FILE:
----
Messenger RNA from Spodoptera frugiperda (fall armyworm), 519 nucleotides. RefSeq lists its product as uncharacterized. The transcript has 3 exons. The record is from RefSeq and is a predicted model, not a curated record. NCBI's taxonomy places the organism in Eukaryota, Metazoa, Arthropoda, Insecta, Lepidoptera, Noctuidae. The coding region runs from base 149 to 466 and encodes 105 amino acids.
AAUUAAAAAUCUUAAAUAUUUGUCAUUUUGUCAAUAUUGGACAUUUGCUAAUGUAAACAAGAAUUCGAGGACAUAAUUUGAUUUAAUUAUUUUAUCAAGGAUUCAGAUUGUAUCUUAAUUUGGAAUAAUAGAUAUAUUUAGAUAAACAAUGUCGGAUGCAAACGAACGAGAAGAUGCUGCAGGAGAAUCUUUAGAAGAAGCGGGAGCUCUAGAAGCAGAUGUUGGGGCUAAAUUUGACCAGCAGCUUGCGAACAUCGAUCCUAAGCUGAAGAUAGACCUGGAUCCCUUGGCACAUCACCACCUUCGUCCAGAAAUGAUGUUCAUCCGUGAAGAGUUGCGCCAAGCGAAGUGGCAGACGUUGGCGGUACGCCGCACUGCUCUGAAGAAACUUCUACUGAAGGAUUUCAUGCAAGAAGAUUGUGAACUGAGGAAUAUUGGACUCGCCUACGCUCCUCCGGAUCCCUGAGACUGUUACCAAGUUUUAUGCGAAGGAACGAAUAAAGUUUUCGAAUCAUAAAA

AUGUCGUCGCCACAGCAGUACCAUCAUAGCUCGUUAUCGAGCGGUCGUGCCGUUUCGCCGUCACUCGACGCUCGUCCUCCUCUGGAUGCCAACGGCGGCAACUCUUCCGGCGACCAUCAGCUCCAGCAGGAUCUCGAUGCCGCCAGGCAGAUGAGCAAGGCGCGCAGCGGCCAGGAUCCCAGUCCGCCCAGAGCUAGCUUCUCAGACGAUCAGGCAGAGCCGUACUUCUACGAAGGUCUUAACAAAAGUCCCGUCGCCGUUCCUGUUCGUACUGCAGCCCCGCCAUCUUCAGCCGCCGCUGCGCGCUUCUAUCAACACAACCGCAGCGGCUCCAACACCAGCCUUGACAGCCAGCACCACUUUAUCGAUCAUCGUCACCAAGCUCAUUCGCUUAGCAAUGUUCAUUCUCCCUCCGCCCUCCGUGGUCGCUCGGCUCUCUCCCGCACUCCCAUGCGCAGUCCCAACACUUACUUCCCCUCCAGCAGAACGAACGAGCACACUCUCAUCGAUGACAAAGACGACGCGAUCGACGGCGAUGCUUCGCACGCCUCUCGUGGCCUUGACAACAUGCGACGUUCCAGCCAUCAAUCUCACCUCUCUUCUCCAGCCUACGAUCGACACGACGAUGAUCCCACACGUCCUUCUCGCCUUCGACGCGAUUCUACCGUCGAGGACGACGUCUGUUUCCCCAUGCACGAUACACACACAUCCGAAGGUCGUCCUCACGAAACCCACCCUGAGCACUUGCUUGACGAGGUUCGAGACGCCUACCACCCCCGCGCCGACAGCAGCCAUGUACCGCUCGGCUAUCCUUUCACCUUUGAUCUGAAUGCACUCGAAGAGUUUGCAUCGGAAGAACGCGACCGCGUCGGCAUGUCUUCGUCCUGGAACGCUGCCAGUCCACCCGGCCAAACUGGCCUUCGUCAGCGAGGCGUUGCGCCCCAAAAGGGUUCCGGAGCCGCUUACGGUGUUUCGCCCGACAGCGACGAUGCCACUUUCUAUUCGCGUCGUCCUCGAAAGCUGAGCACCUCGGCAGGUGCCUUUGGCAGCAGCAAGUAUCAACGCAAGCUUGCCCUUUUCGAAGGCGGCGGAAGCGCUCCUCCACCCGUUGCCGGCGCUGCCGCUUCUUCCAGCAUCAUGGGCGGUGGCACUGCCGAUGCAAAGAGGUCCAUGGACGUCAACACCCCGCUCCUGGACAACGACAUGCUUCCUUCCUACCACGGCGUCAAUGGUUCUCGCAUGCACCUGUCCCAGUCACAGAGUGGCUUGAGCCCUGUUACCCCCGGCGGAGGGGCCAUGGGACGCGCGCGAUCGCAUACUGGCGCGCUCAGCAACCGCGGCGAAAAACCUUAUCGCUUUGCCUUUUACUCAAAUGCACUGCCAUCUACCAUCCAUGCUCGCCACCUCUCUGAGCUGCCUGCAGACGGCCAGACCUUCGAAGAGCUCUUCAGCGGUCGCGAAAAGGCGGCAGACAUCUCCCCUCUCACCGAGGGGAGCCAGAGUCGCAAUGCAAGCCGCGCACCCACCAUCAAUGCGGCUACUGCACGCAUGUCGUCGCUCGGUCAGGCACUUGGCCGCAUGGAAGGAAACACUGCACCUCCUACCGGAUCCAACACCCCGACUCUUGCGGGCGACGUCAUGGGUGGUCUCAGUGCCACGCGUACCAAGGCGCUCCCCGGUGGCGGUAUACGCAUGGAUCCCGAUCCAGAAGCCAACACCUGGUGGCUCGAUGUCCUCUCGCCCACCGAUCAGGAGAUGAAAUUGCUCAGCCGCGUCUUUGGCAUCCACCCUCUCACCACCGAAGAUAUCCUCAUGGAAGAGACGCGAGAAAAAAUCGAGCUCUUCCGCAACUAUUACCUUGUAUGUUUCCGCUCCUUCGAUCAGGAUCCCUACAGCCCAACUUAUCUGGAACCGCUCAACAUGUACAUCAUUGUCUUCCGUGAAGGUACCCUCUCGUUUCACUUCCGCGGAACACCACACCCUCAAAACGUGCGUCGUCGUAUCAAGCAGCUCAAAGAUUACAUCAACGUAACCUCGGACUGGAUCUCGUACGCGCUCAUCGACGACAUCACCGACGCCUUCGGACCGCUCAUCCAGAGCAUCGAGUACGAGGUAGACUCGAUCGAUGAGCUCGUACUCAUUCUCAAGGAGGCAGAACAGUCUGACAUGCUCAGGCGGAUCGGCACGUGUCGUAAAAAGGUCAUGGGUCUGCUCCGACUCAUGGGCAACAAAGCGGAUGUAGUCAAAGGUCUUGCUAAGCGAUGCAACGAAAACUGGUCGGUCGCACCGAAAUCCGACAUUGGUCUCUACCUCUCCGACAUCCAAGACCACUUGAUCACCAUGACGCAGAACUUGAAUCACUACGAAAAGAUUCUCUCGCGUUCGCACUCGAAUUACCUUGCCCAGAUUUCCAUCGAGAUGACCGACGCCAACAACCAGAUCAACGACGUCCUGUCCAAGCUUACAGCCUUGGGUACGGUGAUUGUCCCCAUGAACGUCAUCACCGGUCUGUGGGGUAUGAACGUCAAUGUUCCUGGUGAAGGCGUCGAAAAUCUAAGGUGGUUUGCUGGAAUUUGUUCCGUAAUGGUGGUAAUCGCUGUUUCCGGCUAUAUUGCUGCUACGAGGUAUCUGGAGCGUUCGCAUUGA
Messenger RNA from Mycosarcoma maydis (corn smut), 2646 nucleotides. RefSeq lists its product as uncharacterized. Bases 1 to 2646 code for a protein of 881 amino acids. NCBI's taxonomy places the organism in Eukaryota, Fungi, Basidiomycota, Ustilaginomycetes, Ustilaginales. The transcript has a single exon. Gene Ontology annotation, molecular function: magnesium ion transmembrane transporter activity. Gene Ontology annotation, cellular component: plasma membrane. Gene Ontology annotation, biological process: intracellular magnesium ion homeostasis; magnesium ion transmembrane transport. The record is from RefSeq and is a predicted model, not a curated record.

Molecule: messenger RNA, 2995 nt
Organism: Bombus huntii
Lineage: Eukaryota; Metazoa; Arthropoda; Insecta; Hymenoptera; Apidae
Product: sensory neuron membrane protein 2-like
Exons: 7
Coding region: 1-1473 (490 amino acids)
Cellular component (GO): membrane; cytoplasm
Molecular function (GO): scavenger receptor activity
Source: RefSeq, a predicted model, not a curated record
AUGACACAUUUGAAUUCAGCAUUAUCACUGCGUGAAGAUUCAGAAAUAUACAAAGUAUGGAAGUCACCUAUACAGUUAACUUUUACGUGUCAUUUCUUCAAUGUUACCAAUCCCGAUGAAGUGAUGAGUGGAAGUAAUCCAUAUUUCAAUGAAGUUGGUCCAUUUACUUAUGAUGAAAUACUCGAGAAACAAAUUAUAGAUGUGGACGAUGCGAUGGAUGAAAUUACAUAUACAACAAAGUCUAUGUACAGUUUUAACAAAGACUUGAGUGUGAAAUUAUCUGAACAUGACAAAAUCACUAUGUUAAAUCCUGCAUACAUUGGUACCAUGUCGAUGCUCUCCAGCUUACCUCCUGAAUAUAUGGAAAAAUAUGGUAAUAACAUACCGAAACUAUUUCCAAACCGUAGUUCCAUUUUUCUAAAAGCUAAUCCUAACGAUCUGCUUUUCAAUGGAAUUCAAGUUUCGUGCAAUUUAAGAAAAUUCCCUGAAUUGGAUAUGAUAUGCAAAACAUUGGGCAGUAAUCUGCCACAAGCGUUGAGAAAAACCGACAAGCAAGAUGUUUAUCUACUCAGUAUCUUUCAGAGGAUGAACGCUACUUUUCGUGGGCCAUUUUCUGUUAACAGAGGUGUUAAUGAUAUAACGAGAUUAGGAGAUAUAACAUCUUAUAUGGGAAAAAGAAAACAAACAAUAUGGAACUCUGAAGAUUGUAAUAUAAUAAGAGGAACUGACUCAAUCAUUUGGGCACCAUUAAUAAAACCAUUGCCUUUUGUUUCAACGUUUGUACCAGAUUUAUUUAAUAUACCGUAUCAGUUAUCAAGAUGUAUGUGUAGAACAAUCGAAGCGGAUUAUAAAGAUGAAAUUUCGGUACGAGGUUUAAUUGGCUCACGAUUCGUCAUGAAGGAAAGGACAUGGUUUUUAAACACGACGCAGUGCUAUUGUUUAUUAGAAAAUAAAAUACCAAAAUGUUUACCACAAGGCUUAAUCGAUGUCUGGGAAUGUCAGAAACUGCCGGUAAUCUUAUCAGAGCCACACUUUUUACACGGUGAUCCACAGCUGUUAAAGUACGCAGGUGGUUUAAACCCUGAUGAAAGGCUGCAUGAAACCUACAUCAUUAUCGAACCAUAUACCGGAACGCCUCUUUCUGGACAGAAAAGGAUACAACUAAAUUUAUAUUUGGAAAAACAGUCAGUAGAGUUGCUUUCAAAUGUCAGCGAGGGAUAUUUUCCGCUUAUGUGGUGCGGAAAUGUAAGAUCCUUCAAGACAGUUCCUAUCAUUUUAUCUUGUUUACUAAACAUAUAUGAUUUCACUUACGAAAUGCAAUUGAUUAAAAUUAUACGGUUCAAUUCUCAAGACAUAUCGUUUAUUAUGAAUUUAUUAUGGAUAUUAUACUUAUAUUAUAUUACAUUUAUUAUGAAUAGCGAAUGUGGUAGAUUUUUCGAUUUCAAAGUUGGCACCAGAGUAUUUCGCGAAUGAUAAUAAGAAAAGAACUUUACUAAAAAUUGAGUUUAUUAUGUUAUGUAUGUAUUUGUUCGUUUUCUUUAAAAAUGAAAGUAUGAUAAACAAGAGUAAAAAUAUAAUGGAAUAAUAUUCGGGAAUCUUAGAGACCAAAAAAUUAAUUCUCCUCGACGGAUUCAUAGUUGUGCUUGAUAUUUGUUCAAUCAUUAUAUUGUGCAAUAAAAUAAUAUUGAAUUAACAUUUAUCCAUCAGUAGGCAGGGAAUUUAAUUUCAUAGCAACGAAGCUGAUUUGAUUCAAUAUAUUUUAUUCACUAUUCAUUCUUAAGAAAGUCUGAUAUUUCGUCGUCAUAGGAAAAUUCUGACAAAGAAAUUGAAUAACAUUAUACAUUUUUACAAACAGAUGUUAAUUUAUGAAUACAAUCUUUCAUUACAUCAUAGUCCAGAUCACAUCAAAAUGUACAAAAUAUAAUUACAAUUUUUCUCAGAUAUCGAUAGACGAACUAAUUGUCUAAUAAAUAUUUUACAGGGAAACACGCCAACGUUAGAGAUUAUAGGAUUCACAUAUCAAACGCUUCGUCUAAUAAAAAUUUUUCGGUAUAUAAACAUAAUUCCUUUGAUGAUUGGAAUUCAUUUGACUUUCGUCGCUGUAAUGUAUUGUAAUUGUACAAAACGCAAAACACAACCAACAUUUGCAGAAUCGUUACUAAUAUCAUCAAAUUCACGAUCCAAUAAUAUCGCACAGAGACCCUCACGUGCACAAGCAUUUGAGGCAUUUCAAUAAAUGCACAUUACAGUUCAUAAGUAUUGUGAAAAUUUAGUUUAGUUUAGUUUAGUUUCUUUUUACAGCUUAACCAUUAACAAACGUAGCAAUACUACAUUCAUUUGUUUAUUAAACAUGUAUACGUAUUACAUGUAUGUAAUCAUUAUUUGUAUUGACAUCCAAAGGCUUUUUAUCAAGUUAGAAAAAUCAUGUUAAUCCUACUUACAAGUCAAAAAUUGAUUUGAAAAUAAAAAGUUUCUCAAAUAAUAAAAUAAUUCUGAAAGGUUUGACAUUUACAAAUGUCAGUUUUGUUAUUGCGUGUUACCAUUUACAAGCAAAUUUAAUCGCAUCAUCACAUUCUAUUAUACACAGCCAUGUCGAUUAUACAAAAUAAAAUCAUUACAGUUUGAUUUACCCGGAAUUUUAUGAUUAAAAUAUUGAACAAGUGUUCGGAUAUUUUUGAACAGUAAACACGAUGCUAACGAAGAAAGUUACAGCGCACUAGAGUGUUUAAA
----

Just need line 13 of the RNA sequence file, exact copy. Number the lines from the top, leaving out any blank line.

Source: RefSeq, a predicted model, not a curated record